Microwear Analysis at Dmanisi

This month in the Journal of Human Evolution, a new study on the teeth of the Dmanisi Homo erectus has been published. A site in the Republic of Georgia, Dmanisi has yielded a vast quantity of hominin fossils dating to approximately 1.8 million years ago—even an elderly individual without teeth. The discovered crania are remarkably well-preserved, and have given scientists the ability to look at our evolutionary history with higher resolution.

Based on the skeletal remains, how can we ascertain specifics about hominin diet? For this particular study, researchers used microwear analysis on two molars from Dmanisi. Microwear analysis observes the patterning left on teeth by components of specific diets. As one example, tough silicates in plants leave identifiable traces, as do other silica-based sands that end up being chewed.

Comparisons in wear patterns were made with Dmanisi H. erectus and African H. erectus as well as the genus Australopithecus and earlier Homo, to get an idea of where the Dmanisi hominins fit in on the spectrum of microwear diagnostic traits. These diagnostic traits include heterogeneity of the tooth surface, as well as complexity in the roughness of the tooth surface. To give you an idea of general evolutionary trends, Australopithecines typically had larger teeth and thicker enamel to break down tougher, lower quality foods. As later Homo emerged, teeth tended to get smaller and enamel thinner.

The results indicated that the molars of Dmanisi Homo erectus were very similar to African Homo erectus in general. However, there were also characteristics found to be consistent with other earlier hominin species. Overall the authors cautioned against drawing conclusions with such a small number of teeth, saying that meaningful statistical results are unattainable based on the sample size.

According to authors, the wear patterns on the Dmanisi teeth are indicative of hominins that exploited a range of foods. It seems then that versatility and not specialization is what defines H. erectus in both Africa and Europe. The ability to take advantage of a larger resource base is no doubt one of the factors that allowed the first hominins to spread out across such an expansive area.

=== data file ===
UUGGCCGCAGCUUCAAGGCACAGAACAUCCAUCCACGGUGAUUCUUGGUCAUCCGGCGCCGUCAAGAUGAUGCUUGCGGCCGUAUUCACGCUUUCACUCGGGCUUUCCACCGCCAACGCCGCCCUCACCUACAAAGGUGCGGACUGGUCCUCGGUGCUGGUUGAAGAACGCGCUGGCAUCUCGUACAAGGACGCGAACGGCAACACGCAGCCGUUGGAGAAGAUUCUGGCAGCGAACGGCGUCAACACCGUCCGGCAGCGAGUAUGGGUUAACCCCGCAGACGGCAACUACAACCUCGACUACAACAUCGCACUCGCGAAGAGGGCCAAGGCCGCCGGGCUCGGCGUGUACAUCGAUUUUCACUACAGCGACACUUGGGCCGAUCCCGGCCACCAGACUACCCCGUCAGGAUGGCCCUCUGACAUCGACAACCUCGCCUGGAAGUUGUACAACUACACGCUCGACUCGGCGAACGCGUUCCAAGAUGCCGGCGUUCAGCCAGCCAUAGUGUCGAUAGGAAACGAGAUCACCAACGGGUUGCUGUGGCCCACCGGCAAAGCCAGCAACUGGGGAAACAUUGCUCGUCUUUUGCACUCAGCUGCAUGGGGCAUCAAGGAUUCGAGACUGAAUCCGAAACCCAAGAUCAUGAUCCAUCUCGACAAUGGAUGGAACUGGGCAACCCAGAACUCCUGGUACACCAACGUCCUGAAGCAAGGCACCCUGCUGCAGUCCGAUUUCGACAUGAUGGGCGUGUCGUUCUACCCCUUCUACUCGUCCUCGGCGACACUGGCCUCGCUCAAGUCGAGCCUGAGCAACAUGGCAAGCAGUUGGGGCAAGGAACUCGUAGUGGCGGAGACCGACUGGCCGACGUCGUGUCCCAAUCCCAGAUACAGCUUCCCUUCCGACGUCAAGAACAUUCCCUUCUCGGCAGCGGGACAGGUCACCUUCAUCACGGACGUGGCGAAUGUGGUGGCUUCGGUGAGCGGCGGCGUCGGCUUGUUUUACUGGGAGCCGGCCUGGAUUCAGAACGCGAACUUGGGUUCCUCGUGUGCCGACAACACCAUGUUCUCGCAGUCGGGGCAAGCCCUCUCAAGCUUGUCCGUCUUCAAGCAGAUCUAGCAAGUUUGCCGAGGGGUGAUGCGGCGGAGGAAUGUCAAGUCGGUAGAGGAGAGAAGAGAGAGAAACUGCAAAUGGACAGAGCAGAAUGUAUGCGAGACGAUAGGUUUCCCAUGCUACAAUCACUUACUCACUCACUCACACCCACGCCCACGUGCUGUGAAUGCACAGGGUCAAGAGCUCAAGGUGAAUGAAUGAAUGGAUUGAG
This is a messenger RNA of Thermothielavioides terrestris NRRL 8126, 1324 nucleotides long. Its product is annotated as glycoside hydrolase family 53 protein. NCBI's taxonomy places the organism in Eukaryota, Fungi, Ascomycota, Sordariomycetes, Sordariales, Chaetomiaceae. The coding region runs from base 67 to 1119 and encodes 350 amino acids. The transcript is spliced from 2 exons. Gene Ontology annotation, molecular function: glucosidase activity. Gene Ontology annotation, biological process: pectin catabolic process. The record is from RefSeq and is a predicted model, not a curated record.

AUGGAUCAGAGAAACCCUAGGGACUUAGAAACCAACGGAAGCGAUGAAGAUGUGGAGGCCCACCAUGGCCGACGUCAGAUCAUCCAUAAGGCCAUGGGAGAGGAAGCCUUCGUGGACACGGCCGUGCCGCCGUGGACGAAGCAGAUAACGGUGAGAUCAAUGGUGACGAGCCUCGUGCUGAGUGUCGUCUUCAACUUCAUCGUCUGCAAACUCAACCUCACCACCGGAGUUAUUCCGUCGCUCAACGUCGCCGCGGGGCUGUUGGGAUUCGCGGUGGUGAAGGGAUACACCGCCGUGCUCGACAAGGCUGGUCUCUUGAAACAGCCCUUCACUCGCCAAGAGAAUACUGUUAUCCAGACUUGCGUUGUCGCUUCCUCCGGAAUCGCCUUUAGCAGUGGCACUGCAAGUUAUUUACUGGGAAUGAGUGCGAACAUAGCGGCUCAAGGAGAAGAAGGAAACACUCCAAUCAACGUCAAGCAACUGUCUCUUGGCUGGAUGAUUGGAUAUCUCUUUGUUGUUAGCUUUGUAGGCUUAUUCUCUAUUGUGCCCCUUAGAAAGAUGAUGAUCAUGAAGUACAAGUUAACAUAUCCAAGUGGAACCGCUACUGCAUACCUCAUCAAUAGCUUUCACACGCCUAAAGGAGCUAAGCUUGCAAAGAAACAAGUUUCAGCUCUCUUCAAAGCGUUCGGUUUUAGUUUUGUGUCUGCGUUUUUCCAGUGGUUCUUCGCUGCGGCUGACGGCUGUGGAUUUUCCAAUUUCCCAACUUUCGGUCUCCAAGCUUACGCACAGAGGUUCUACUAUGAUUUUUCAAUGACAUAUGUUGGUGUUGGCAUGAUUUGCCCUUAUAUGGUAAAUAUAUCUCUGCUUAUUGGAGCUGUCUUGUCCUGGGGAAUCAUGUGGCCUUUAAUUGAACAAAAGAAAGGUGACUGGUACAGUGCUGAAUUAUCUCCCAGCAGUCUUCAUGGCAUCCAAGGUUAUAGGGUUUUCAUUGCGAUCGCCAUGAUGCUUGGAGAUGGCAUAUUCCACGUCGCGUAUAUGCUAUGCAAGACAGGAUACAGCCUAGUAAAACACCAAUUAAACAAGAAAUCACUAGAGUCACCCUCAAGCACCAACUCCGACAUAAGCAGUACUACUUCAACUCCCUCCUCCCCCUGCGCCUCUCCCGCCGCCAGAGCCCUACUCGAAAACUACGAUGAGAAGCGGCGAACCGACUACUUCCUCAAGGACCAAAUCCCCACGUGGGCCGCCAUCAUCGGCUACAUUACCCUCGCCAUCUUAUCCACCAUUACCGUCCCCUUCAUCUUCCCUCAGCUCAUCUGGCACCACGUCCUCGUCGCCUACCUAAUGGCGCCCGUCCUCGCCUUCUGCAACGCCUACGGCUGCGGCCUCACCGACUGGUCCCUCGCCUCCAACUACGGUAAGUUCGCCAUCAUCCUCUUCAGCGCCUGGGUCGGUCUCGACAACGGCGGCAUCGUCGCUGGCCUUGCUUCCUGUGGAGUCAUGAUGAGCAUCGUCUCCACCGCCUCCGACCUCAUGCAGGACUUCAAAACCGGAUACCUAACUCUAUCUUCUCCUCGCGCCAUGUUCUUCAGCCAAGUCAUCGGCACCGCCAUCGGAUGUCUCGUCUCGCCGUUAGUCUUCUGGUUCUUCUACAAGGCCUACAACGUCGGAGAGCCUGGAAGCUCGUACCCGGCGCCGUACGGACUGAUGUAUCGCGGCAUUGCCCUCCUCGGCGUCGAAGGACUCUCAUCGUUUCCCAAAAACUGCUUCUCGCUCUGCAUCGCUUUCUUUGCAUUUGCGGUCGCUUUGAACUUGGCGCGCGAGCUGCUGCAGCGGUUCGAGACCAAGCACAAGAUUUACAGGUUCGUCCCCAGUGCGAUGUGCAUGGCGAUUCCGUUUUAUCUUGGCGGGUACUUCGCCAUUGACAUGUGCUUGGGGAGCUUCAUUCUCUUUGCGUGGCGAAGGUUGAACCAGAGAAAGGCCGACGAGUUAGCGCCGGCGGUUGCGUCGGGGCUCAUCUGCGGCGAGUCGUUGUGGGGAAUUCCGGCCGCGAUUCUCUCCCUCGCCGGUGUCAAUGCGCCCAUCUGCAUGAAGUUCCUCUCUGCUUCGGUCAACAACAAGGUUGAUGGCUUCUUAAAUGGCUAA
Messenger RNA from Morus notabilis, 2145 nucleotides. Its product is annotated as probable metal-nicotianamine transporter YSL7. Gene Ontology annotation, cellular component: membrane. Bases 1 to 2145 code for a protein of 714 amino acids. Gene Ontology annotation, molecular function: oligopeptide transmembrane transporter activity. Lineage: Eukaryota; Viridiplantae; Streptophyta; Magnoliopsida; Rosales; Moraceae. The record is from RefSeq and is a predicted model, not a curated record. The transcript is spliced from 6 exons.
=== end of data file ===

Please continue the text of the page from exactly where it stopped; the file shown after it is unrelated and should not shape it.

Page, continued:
By Matthew Magnani

Pontzer, H., Scott, J.R., Lordkipanidze, D., Ungar, P.S. 2011.“Dental microwear texture analysis and diet in the Dmanisi hominins.” Journal of Human Evolution 61:683-687.

6 thoughts on “Microwear Analysis at Dmanisi

  1. 1.8 million? Wow! I did not no we had dating techniques that were able to go that far back. Do you know which technique was used?

  2. Homo is and was an omnivore.

    I’m not sure if you can really call the Dmanisi hominins Homo erectus. They appear to be a chronospecies in transition from Homo habilis to Homo erectus.

  3. “They appear to be a chronospecies in transition from Homo habilis to Homo erectus”.

    That has certainly been my impression almost from the time I first heard anything about them. Perhaps even with elements of Australopithecus. But it is very likely that it is difficult to discriminate 100% between each species anyway.

  4. i agree there is a slim chance of clear separation between the species we infere. however all i read about dmanisi suggested it was rather a relic or isolated population of an early erectus exploration wave. i have seen noone state there were anatomical reasons to think otherwise.

  5. mh, small sorry. i thought i read that, there is a supposed controversy between the age of the bones, that is to say the sediments they were in, also the remains are all fragmented and leave no hope for a good reconstruction,
    however there are a couple of skulls and from what i understood they look like somewhat degenerate erectus. ofcourse nothing is sure but i am somehow convinced erectus in africa would tend to be less traced than outside it. i also find the idea africa just provided the major best evolution opportunitys for hominids during most if not all our evolution quite convincing.

    earlier i read dmanisi was a find in a rather calcite area with even fossil caves(pits), or similar structures. i would think people would have reported a disturbed sediment but perhaps they overlooked a thing, radioactivity from a soil or watersource, or the turbulence or the regional geology. it used to something aking to a lakeside, well, lakesides caves and sediments in calcite make for easy mixing.

    interesting idea still, for me mostly because it suggests erectus travelled far and wide, yet also it suggests we can expect more early fossils from africa, and other areas,

    it is even a bit of a problem when this is not the case, i would start out with an investigation of the dmanisi context unfortunately. for now the scenario advanced habilis suddenly ran to the caucasus to through disease or sudden developments consecutively run back to africa to evolve on and overtake the continents next is a bit much. otoh that erectus arrived at a few more places on earth we don’t know off yet would hardly surprise me nor would it be really surprising if they speciated, on a dental scale for example there are comparisons between chinese erectus and chinese over others, dminisova (unless someone traded them a mummified chimpansee or so ..) and neanderthal show hominids could untill recently physically specialise.

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